View Full Version : Knee pain and the horse stance...

08-27-2000, 07:42 PM
I have begun training the horses stance. I can hold the position for about 2 minutes now, but training hurts my knees. I want to get strong legs but don't want to injure myself! Is there something wrong with my posture? Or should I just do less than my leg muscles can withstand so that my joint can "catch up"? I've read that the knee should be above the foot. Does this mean I should be perfectly square? Or should (when looking from the front) my feet be a little out from my knees like I see in a lot of pictures? Is it that I need to stretch my groin muscles so that when I go low my knees don't jut out but stay above my feet better?Drawing/pictures showing the horse stance from the top, side, and front would be great. I know there was a thread about this awhile ago, but I can't find it.
Thanks for the help.

08-27-2000, 07:56 PM
For only VERY specific, and pretty rare applications do you ever want you knees outside of your feet. In American Kenpo, the knee is over the foot, making you perfectly square. However in most Kung Fu I have seen, most do leave their feet outside of their knee. Obviously, the square way is more strenuous, and I've found that it gives you a much better "grip" on the ground. However, it is harder on the knee at first. You've already stumbled on one of the reasons. The tightness of the groin, inner thigh, and hip muscles. Keep them loose and you'll find allot less stress on the knee. Also, make sure you aren't leaned over at all, as this will hurt your knees super fast. Any forward weight is focused at the knee joint, so make sure you have good proper body alignment.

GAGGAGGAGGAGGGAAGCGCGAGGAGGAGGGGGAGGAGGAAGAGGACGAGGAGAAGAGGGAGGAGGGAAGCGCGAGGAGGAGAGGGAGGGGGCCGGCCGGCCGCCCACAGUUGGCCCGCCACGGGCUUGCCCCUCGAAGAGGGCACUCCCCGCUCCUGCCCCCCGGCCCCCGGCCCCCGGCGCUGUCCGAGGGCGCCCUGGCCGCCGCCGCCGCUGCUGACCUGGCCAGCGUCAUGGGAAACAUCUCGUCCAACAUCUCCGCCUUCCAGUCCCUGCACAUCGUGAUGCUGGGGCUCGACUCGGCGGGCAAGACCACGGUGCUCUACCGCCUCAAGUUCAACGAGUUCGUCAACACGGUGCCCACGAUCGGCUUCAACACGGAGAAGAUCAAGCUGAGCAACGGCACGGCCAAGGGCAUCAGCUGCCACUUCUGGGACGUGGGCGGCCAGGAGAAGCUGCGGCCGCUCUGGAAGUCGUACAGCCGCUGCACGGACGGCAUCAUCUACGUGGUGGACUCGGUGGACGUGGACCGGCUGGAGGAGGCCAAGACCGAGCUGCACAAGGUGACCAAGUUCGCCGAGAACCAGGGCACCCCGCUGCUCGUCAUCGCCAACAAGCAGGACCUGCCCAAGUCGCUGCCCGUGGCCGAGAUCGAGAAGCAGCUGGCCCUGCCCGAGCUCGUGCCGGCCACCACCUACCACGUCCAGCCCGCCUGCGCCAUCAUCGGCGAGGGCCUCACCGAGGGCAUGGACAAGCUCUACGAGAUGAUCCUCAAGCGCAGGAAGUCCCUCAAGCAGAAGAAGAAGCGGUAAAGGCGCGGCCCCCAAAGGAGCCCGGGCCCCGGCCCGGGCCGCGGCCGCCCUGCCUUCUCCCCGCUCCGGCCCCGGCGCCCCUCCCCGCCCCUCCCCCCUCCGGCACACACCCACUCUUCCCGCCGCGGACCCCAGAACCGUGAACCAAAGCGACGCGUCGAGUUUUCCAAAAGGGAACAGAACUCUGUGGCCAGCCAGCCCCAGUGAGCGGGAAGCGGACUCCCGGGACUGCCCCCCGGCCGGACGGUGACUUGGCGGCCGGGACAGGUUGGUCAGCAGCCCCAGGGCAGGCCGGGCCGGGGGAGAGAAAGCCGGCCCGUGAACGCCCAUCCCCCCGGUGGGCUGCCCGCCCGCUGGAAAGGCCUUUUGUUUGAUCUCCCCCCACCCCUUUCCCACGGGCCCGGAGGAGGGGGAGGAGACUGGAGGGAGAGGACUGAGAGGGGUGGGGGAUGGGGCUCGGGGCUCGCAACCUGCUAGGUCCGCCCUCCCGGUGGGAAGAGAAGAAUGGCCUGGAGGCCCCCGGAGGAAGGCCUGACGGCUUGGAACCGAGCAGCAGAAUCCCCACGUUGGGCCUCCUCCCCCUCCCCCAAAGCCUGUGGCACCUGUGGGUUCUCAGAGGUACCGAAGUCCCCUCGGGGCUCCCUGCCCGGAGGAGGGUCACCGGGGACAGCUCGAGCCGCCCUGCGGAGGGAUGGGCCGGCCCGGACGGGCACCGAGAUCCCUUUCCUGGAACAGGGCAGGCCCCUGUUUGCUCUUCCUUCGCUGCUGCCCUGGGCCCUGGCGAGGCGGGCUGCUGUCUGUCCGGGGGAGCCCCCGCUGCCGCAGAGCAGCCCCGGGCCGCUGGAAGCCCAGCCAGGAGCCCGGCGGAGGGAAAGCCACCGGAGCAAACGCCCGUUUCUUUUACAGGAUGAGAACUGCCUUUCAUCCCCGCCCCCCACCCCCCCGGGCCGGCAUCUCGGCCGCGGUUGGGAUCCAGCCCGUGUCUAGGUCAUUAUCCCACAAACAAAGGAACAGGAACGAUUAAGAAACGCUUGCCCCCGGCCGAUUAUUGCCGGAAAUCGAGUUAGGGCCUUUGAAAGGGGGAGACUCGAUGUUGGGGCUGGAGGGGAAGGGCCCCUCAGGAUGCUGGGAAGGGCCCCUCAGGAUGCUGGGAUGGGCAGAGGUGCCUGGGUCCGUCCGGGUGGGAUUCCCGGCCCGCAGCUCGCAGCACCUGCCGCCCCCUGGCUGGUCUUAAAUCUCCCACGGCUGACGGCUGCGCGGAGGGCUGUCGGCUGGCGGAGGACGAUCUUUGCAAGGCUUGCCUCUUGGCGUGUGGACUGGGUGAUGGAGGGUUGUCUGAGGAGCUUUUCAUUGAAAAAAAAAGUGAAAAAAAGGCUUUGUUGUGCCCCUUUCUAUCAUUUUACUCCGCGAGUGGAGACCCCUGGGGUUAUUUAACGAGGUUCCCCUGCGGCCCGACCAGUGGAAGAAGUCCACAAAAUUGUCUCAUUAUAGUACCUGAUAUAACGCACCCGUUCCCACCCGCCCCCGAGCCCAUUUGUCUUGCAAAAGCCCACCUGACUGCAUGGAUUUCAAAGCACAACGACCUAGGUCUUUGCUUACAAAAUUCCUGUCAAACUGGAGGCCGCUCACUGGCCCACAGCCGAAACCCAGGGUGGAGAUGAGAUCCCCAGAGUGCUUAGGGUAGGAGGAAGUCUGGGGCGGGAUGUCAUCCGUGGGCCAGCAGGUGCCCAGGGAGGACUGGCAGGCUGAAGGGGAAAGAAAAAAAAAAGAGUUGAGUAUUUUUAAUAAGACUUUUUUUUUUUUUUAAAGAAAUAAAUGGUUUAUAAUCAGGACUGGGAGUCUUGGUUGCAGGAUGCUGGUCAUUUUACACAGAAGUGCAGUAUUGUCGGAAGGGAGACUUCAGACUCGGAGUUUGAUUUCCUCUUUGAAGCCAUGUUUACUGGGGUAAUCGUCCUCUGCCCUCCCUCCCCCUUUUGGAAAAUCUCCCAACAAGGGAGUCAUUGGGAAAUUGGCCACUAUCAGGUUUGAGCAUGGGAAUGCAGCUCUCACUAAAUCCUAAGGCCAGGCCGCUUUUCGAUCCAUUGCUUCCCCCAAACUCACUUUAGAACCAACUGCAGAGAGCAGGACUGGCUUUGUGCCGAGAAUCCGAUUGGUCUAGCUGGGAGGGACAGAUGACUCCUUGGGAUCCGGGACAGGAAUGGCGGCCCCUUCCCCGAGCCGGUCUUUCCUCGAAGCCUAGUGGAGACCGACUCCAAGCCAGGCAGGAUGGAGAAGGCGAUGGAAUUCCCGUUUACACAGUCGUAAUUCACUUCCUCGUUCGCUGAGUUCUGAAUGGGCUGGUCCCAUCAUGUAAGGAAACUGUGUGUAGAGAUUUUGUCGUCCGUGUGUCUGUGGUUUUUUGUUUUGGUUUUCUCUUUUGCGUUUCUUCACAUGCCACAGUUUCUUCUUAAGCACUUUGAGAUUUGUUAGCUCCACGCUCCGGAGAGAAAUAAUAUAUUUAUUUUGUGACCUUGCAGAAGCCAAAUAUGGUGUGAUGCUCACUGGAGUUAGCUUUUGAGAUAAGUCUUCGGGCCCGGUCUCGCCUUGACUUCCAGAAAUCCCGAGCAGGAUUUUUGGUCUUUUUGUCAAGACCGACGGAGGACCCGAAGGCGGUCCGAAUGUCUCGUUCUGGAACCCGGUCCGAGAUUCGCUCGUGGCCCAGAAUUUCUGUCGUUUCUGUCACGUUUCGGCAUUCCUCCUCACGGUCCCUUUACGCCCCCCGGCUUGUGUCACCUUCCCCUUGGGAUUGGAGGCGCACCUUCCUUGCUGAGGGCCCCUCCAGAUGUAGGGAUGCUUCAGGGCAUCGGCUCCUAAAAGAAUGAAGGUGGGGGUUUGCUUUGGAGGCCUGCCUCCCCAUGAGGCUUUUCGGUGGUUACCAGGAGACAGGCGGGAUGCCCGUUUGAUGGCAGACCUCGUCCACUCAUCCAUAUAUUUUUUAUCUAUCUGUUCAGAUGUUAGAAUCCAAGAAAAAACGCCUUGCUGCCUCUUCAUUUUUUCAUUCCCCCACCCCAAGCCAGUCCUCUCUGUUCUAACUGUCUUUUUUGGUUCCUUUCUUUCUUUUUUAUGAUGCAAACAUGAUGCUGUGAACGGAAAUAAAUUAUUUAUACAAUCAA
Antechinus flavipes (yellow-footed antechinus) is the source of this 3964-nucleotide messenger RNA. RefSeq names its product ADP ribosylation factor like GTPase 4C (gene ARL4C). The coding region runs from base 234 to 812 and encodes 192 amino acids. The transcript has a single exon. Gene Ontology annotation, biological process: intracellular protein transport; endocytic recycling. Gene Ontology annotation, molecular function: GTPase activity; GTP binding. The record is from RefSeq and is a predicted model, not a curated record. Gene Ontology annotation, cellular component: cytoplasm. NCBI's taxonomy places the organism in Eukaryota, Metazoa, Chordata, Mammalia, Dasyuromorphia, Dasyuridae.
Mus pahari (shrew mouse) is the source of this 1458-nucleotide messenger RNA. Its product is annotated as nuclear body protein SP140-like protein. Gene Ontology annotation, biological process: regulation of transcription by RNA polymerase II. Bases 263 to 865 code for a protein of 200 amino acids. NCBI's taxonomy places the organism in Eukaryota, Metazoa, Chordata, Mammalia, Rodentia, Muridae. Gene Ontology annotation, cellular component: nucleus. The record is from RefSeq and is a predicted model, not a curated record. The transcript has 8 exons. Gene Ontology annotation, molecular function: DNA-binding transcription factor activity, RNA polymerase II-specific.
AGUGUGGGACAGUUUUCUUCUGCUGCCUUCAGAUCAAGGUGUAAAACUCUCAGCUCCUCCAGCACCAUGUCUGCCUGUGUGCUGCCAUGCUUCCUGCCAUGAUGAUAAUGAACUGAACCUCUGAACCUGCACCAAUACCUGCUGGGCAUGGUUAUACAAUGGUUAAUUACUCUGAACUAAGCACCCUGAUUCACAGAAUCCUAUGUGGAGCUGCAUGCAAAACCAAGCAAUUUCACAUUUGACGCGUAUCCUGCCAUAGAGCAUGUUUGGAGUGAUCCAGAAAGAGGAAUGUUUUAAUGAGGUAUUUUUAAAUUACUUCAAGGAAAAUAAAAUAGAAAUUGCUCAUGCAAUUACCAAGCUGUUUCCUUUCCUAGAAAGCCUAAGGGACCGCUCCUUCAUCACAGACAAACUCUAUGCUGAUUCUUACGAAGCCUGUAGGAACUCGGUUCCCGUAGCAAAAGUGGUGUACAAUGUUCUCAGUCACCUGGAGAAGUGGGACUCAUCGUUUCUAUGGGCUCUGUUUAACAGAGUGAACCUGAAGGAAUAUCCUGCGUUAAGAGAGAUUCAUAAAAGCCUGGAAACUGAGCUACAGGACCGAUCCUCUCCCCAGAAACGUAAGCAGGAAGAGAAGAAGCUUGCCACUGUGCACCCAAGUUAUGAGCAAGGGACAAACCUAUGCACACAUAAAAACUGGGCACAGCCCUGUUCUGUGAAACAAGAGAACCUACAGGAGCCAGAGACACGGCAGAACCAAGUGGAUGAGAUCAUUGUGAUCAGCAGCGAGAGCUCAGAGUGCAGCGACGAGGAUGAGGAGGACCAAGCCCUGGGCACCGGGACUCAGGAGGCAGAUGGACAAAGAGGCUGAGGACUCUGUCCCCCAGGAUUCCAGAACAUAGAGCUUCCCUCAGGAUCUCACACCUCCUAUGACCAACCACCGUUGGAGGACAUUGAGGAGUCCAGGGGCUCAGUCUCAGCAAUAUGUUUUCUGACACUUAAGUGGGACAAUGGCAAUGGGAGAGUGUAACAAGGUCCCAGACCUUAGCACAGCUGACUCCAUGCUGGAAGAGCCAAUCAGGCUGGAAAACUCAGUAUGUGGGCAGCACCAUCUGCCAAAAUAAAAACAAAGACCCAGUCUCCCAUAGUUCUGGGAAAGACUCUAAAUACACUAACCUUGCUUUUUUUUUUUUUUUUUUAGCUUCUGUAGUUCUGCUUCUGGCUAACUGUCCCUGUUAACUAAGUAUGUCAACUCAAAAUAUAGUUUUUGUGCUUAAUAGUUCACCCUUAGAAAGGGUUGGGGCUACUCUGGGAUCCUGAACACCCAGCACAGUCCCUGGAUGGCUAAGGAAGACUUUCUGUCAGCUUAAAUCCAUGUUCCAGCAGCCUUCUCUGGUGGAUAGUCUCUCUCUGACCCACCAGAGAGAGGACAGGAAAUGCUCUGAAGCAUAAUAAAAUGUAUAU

Wah Ren Jie
08-27-2000, 08:12 PM
You've got it right about keeping the shins ponting striaght up in the air. The worst thing you can do to your knees is do the Limbo when in horse stance. Work on keeping your knees as far apart as possible when in horse stance. Also, lightly wrapping your knees with an ace bandage or using sleeves will help to keep everything in place while you're training. Try not to do it all of the time though, or you'll end up depending on them. There is a horse stance thread on the Southern kung fu board. Check it out.

08-27-2000, 08:15 PM
While I too practice martial arts I have not practiced the horse stance or pratice a very low form. I do have very strong legs from how I do practice the form though and that is through proper body mechanics.

I have also been an athlete my whole life and speak from experience on that end, I have also heard some stories about those who practice their form very low and the reprocutions from that after many years.

Speaking as an athlete I know that it is important to build the body up in incremence, anything that hurts is not right. There is good pain though and bad, intuitively people should be able to pick up on the difference. I also know that the knees are a very sensitive area and whtever you do should take as much pressure off of the knees while focusing more in the butt and thigh area. The cartiladge in the knee joint is always under so much wear and tear that when you can give it a break you should.

There is also a Tai Chi practitioner who is very well known for doing his form while holding a very low stance. He is a master revered by many and a classmate of my teacher, but has suffered a great deal from his practices. He has had to have reconstructive surgery to replace the worn out cartiladge and has had to cancel many of his teacing appointments because of this.

I urge you to be really careful, especially if you feel pain.

08-27-2000, 10:31 PM
I think I found out my problem! I definately need to work on pulling my legs apart as much as possible when doing the horse stance(like doing the splits). I just gave that a try after some stretching and the knee stress disappeared. I just need to get more flexible so I don't feel like I have to use my muscles to "suck" back my thighs to keep them from falling too far forward.
Thanks for the advice.